TAWI-TAWI, Philippines – The senators leading the hearings on the proposed Bangsamoro Basic Law (BBL) are lukewarm to a proposal to include Sabah in the coverage of the measure.
Senator Juan Edgardo Angara, chair of the local government committee, and Senator Juan Miguel Zubiri, chair of the subcommittee on the BBL, said they prefer a “less controversial” version of the measure.
Zubiri told reporters at the sideline of the Senate consultation hearing in Tawi-Tawi on Thursday, February 8, they would like to have as little controversy behind the BBL as possible.
Angara said the inclusion of the contested territory between the Philippines and Malaysia might delay the process.
“I prefer if the BBL is silent on that because it’s such a controversial matter. If you’re silent, you’re not necessarly waiving any claims but its also different enough to begin with. There’s so many different contending factions already; we don’t want to stir the faction,” Angara said.
Aside from Tawi-Tawi, Angara and Zubiri, together with Senators Joseph Victor Ejercito, Sherwin Gatchalian, and Risa Hontiveros, conducted a hearing in Jolo, Sulu, where the claim of the Sulu Sultanate over Sabah was raised.
Former Sulu Governor Abdusakur Tan, citing the statement of former Senate president Aquilino “Nene” Pimentel Jr in a previous Senate hearing, said the claims over Sabah and North Borneo should be part of the measure.
“Sabi ni Nene Pimentel dapat kasama North Borneo and Sabah so dapat pag-usapan. Kami naman dito sa Sulu ay handa kung ano man ang mapagkasunduan natin,” Tan said, referring to an earlier Senate hearing.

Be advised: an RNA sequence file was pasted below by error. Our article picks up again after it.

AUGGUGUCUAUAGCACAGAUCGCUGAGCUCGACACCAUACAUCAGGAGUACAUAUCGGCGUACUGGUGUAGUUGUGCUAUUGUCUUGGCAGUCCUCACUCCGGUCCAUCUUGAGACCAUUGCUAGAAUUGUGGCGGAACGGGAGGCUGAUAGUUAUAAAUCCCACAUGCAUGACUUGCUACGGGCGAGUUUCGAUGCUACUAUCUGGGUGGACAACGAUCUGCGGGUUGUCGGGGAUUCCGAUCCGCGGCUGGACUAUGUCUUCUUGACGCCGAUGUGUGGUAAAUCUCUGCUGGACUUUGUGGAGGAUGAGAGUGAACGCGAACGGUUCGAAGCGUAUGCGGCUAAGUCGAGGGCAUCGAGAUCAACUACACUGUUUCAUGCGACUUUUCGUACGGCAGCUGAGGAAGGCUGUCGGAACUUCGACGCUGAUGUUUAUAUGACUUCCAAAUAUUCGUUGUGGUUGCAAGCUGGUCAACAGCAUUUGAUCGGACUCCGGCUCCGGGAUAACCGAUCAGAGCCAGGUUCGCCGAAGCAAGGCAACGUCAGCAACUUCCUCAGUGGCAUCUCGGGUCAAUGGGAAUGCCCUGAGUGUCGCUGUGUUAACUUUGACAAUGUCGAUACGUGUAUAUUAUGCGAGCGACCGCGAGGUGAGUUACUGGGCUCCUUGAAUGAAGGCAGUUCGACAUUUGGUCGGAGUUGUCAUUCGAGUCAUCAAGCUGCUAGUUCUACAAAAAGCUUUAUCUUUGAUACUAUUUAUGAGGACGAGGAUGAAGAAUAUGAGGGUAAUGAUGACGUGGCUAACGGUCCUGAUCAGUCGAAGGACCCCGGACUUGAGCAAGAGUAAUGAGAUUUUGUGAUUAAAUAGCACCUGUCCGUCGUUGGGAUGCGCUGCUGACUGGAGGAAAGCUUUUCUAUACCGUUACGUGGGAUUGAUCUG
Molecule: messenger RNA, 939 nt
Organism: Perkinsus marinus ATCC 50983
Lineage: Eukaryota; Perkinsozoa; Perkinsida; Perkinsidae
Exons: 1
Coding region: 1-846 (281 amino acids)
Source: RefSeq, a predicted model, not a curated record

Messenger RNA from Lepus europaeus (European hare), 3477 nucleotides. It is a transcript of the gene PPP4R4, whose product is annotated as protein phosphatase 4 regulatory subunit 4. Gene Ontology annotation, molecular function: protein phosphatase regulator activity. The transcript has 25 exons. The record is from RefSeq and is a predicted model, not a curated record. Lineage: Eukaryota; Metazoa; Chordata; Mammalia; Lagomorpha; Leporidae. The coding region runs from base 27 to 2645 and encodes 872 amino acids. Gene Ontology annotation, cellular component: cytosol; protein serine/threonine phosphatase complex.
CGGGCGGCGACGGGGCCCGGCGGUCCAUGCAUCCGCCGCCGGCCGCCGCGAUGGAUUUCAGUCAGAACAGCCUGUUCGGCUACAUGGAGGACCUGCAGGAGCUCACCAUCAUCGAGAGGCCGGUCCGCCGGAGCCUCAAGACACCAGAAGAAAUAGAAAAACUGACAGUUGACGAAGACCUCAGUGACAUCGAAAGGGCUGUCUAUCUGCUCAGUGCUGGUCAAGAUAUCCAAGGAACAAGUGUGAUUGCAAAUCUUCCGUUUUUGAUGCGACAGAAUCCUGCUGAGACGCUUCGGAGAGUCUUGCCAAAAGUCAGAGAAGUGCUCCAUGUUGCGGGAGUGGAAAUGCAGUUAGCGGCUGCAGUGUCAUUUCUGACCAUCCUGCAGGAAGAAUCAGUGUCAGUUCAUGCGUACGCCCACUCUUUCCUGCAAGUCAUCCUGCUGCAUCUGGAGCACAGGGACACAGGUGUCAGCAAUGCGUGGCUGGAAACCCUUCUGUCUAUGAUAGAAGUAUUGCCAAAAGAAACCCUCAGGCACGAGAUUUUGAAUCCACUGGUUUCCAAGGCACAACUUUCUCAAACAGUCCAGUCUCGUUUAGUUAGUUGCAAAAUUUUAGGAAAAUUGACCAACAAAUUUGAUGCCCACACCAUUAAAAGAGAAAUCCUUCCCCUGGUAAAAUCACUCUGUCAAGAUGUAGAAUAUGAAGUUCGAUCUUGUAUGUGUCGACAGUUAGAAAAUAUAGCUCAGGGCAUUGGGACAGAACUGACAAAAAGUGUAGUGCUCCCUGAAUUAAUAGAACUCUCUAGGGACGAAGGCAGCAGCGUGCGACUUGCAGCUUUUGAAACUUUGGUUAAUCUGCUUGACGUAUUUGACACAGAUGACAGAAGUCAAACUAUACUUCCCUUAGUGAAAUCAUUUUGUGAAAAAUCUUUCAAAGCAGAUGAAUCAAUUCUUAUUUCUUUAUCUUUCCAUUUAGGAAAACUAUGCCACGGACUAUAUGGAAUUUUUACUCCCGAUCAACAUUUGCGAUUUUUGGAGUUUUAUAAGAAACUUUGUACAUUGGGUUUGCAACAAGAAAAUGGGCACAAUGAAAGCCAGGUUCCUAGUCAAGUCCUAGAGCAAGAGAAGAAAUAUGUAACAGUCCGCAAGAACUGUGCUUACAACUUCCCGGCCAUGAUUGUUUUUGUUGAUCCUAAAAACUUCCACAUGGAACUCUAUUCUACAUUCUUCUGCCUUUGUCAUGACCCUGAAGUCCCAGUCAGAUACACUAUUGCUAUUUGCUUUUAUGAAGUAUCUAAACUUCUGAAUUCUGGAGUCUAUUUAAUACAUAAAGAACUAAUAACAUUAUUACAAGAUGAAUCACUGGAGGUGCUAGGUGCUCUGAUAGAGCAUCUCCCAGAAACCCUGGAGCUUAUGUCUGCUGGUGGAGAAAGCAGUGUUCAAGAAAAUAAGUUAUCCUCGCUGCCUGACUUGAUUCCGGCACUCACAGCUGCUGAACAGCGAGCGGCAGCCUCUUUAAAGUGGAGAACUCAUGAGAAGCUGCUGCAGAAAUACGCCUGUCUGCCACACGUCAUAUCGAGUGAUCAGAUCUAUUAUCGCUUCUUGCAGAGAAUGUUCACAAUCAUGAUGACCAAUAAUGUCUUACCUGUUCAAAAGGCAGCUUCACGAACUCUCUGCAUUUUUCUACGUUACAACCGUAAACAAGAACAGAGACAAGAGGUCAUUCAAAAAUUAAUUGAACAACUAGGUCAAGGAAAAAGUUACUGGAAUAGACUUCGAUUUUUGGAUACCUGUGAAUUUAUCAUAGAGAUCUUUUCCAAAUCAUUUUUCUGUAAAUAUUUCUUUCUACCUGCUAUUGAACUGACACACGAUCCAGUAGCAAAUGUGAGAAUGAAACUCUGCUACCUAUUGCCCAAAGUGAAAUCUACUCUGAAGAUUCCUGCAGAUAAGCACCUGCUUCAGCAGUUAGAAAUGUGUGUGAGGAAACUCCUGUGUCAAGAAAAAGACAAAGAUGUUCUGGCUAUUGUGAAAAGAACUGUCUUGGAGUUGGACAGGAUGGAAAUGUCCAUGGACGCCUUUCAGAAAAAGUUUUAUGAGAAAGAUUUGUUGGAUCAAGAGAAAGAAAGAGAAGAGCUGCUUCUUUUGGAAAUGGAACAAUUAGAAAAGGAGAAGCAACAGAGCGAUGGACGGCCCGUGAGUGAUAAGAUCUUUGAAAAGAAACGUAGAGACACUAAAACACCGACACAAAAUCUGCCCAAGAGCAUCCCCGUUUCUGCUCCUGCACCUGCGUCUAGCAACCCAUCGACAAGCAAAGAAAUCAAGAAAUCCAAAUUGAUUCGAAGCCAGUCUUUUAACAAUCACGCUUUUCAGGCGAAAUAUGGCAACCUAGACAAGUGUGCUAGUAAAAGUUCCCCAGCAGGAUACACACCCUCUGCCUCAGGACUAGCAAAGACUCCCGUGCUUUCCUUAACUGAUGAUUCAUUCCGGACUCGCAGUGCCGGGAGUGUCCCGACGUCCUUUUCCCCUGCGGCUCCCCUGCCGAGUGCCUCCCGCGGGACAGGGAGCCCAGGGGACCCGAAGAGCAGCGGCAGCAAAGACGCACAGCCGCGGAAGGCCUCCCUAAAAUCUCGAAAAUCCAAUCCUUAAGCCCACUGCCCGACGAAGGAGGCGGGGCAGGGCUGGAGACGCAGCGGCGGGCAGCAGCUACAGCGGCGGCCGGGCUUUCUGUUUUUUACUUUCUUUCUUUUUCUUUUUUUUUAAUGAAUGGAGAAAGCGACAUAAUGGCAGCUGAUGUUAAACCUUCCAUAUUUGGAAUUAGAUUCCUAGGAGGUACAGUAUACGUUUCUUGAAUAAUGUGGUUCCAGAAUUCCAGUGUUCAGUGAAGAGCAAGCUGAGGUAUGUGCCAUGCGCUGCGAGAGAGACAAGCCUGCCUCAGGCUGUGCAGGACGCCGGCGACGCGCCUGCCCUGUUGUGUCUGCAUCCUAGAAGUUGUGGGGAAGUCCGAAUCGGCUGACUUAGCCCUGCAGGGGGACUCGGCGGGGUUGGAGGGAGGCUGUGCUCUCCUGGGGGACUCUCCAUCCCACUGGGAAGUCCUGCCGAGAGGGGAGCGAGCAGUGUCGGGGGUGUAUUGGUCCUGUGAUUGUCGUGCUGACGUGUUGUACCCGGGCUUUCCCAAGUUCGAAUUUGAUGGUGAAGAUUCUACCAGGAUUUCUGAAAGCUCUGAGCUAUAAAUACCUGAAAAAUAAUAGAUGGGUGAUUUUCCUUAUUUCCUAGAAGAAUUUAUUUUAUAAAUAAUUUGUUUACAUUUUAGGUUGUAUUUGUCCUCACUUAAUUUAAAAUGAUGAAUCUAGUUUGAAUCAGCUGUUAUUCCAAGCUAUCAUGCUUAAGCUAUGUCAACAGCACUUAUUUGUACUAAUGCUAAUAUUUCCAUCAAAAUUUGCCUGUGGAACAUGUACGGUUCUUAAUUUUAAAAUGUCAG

(Nene Pimentel earlier said that North Borneo and Sabah should be included so we should discuss that. We in Sulu are ready to face whatever decision.)
Senate President Aquilino Pimentel III earlier told ANC that Sabah may be part of the new Bangsamoro region.
“I’m assuming Sabah, logic tells me, might be populated by Filipinos, who are muslims. Then logic tells me that they are future part of the Bangsamoro region,” Pimentel was quoted as saying in the television interview.
Sabah is a resource-rich area on the northern tip of remote Borneo island.
It was once under the control of the Sulu sultanate, which wielded power over the Sulu islands in the Muslim southern Philippines and part of Borneo. The advance of European colonialism, however, eroded the sultanate’s powers.
It officially lost Sabah in 1878, via a loosely worded contract, to a British trading company that paved the way for it to eventually join the new nation of Malaysia in 1963.
While Sabah has prospered, the remote Sulu islands are among the poorest parts of the Philippines and a breeding ground for insurgents who dream of a Muslim homeland that is independent from the government in Manila.
Descendants of the Sulu sultans have continued to receive nominal rent from Malaysia of about $1,700 (at least P80,000) per year for Sabah under a deal inherited from European powers.
In 2013, forces loyal to the Sultan of Sulu Jamalul Kiram took over a portion of Sabah for six weeks in what was known as the Sabah standoff. – with reports from Agence France Presse/Rappler.com
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